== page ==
We will cover roughly the first four chapters from the textbook. For a detailed syllabus as suggested by the department of mathematics, please click here.

Our goal, in a nutshell, is to learn differential calculus which can be thought of as the study of rates of change of motion. This topic is at the core of many facets of science and engineering, and one goal for the course will be to understand how to model a variety of real world scientific problems using a mathematical model which follows a set of simple laws which at first seem quite separate from the problems themselves.

The following is a rough outline of what we will be doing in lecture every day, along with the relevant sections in the book (note that the reading for a given lecture should be taken to mean the relevant section of the mentioned chapter). In reality, we may move faster or slower. It will be updated on a regular basis.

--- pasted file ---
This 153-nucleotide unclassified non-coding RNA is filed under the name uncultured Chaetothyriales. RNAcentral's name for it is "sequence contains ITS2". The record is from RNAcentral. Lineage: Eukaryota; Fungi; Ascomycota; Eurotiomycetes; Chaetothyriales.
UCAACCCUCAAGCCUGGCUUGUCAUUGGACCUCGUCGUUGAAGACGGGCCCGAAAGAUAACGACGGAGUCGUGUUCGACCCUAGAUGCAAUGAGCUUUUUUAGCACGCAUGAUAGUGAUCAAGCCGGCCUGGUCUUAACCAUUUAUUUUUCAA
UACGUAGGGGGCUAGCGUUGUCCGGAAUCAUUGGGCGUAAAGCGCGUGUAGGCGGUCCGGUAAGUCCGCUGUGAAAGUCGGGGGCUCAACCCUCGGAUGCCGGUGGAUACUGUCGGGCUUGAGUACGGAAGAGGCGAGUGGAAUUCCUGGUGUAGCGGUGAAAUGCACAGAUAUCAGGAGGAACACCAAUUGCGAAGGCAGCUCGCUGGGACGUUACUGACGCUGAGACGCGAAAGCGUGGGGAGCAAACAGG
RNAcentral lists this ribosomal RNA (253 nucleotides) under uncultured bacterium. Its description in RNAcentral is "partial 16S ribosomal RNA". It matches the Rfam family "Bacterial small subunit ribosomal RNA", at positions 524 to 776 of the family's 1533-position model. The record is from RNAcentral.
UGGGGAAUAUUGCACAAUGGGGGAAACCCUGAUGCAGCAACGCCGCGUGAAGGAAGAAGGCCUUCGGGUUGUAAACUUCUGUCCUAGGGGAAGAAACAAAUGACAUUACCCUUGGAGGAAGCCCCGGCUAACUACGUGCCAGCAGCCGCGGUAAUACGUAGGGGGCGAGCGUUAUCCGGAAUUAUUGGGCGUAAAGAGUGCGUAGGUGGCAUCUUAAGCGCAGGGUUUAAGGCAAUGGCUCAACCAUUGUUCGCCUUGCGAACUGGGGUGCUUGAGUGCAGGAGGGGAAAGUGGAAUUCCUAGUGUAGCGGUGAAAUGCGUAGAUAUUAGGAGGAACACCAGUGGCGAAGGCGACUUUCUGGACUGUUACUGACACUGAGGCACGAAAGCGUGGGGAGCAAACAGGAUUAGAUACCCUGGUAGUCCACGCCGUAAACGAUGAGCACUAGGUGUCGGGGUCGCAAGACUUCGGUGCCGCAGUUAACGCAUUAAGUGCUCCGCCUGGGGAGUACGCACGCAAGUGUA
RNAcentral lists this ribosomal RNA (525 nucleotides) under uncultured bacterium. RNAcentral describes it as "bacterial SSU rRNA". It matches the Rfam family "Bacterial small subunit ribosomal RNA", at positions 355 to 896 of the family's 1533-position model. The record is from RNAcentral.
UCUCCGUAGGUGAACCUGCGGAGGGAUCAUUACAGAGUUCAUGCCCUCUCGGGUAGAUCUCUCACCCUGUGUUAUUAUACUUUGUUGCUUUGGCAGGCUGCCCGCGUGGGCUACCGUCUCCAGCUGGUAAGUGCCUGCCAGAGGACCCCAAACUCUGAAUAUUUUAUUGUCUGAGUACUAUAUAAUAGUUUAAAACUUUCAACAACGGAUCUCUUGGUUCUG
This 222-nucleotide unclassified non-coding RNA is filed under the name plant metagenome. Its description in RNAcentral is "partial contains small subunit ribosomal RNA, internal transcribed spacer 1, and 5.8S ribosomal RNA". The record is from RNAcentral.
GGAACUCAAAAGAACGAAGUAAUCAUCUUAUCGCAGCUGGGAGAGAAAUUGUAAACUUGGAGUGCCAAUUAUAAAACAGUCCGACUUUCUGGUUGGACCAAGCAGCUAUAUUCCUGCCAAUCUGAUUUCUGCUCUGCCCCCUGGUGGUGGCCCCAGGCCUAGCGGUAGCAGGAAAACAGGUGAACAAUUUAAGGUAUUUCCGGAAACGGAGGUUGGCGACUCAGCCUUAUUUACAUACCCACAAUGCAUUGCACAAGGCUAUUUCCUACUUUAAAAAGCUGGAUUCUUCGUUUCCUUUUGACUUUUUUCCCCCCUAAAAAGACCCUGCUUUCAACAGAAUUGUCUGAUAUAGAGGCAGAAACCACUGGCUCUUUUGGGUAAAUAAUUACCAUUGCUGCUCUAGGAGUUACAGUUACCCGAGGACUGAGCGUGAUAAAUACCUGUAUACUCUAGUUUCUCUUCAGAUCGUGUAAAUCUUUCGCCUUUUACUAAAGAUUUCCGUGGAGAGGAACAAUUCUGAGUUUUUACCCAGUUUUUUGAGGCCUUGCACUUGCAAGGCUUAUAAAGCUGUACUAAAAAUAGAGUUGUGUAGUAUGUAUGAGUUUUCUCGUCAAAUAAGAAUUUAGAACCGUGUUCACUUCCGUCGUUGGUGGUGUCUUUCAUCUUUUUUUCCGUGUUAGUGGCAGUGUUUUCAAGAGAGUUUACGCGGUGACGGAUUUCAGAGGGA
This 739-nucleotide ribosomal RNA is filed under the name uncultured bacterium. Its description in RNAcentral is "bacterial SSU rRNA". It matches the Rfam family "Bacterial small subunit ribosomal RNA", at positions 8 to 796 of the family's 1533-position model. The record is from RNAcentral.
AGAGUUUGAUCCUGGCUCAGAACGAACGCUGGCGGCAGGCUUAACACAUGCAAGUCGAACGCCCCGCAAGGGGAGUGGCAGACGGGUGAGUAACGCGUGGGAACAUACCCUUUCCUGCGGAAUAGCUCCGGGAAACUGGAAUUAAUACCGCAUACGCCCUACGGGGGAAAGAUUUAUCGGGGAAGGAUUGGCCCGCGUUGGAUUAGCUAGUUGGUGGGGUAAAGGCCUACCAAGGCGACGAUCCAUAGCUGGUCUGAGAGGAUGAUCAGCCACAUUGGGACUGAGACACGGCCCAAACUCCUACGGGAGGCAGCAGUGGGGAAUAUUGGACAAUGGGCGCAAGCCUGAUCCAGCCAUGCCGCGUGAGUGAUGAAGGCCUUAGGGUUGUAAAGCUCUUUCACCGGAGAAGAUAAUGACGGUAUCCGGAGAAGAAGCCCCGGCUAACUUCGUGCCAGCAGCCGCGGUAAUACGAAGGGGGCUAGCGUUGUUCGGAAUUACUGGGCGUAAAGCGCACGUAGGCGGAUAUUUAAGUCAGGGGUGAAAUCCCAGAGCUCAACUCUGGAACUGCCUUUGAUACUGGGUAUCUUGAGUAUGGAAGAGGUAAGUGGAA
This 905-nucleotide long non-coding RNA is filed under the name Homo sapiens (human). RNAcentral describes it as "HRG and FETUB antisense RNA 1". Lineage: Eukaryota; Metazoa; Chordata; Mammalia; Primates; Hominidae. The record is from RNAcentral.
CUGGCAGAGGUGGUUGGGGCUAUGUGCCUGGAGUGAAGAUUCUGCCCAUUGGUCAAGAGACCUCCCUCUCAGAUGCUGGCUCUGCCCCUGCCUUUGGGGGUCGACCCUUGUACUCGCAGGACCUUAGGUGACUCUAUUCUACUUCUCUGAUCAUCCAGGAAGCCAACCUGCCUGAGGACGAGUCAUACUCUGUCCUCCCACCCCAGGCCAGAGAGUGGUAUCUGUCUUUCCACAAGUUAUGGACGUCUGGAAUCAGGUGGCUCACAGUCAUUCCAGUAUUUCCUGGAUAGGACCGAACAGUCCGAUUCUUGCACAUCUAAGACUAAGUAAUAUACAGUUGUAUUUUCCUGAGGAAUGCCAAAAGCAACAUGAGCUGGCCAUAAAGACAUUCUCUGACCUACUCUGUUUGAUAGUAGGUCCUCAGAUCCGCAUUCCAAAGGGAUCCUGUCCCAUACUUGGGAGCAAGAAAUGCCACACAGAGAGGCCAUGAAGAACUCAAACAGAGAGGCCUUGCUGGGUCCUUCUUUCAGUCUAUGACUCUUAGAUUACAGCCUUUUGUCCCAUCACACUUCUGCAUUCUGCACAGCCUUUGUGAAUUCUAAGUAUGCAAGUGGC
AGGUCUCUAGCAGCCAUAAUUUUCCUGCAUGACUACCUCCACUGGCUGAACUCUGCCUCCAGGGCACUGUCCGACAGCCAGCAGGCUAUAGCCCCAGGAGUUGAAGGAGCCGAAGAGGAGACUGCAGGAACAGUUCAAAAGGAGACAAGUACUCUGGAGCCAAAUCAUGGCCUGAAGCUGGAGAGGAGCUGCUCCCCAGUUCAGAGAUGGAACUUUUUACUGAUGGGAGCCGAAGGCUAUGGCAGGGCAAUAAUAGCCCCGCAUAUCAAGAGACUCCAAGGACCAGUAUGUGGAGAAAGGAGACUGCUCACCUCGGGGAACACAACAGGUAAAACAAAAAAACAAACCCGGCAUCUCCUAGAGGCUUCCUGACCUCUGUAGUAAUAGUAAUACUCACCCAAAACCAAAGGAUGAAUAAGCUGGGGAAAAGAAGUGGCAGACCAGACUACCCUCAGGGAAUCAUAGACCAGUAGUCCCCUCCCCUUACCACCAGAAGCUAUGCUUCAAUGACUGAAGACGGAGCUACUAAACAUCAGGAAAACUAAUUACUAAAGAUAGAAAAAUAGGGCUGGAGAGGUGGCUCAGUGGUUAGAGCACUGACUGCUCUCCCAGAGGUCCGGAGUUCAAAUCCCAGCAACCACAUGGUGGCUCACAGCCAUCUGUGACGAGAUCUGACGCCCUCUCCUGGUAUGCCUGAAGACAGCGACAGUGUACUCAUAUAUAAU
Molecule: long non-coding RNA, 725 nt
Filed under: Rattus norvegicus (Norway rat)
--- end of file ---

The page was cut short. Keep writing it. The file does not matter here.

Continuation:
**9/21**: Introduction to the course; rates of change, tangents to curves. Reading: section 2.1.**9/23**: Continuing rates of change from last time, beginning limits. Reading: Sections 2.1 and 2.2.**9/26**: Limit laws, precise definition of a limit. Reading: Sections 2.2 and 2.3. You may find it interesting at this point to look at and compare the precise definiton of a limit that involves infinity, rather than just real numbers: this is section 2.6 and we will get to it later.**9/28**: Proofs about limits. Reading: Section 2.3**9/30**: Finishing up definition of a limit, beginning one-sided limits. Reading: Sections 2.3 and 2.4.**10/3**: Finishing up one-sided limits, beginning the notion of continuous functions. Reading: Sections 2.4 and 2.5**10/4**: Quiz 1 in discussion, based on Homework 2**10/5**: Continuing continuous functions, Intermediate Value Theorem. Reading: Section 2.5**10/7**: Revisiting limits: limits involving infinity, asymptotes of graphs. Reading: Section 2.6**10/10**: Limits involving infinity, asymptotes of a graph. Reading: Section 2.6**10/12**: Derivatives at a point and as a function. Reading: Sections 3.1 and 3.2**10/14**: Beginning talking about some differentiation rules: sum, product, quotient rules. Reading: Section 3.3.**10/17**: Differentiation rules, including the chain rule. Lots of examples. Reading: Section 3.3 and 3.6.**10/19**: Differentiation rules continued. Derivatives of trigonometric functions. Reading: Section 3.5 and 3.6.**10/21**: Midterm 1. Covers Chapter 2 and relevant information from Chapter 1. Here are the solutions.**10/24**: Chain Rule continued, derivative of ln(x) and a^x. Reading: Section 3.6 and 3.8.**10/26**: Derivative of inverse functions, nth derivatives and their meaning. Reading: Section 3.4 and 3.8, some of 3.9.**10/28**: Derivative as a rate of change, implicit differentiation. Reading: Section 3.4 and 3.7**10/31**: Derivative as a rate of change, using derivative to find limit. Reading: Section 3.4 and 3.8**11/2**: Finishing derivative as a rate of change, implicit differentiation, related rates. Reading: Section 3.7 and 3.10.**11/4**: Related rates, linearization. Reading: Section 3.10 and 3.11.**11/7**: Linearization and approximations using derivatives. Reading: Section 3.11.**11/9**: Finishing approximations using derivatives, beginning minima and maxima, optimization. Reading: Section 3.11 and 4.1.**11/11**: Veterans' Day, no class.**11/14**: Optimization continued, starting Mean Value Theorem. Reading: Section 4.1, 4.2.**11/15**: Review Session in Med Sci 180, 6:10-7:30PM.**11/16**: Finishing Mean Value Theorem, beginning talking about how derivatives help us sketch graphs. Reading: Sections 4.2, 4.3.**11/18**: Midterm 2. Here are the solutions.**11/21**: Monotonic functions and sketching graphs. Reading: Section 4.3.**11/23**: Concave up/down: what the second derivative tells us about the behavior of the function. Reading: Section 4.4. Notes from this lecture.**11/25**: Thanksgiving break.**11/28**: Curve sketching continued. Reading: Section 4.4.**11/30**: Optimization problems and L'Hopital's rule. Reading: Section 4.5 and 4.6**12/2**: Optimization and L'Hopital's rule continued.**12/5**: FINAL EXAM, 8AM-10AM in usual classroom.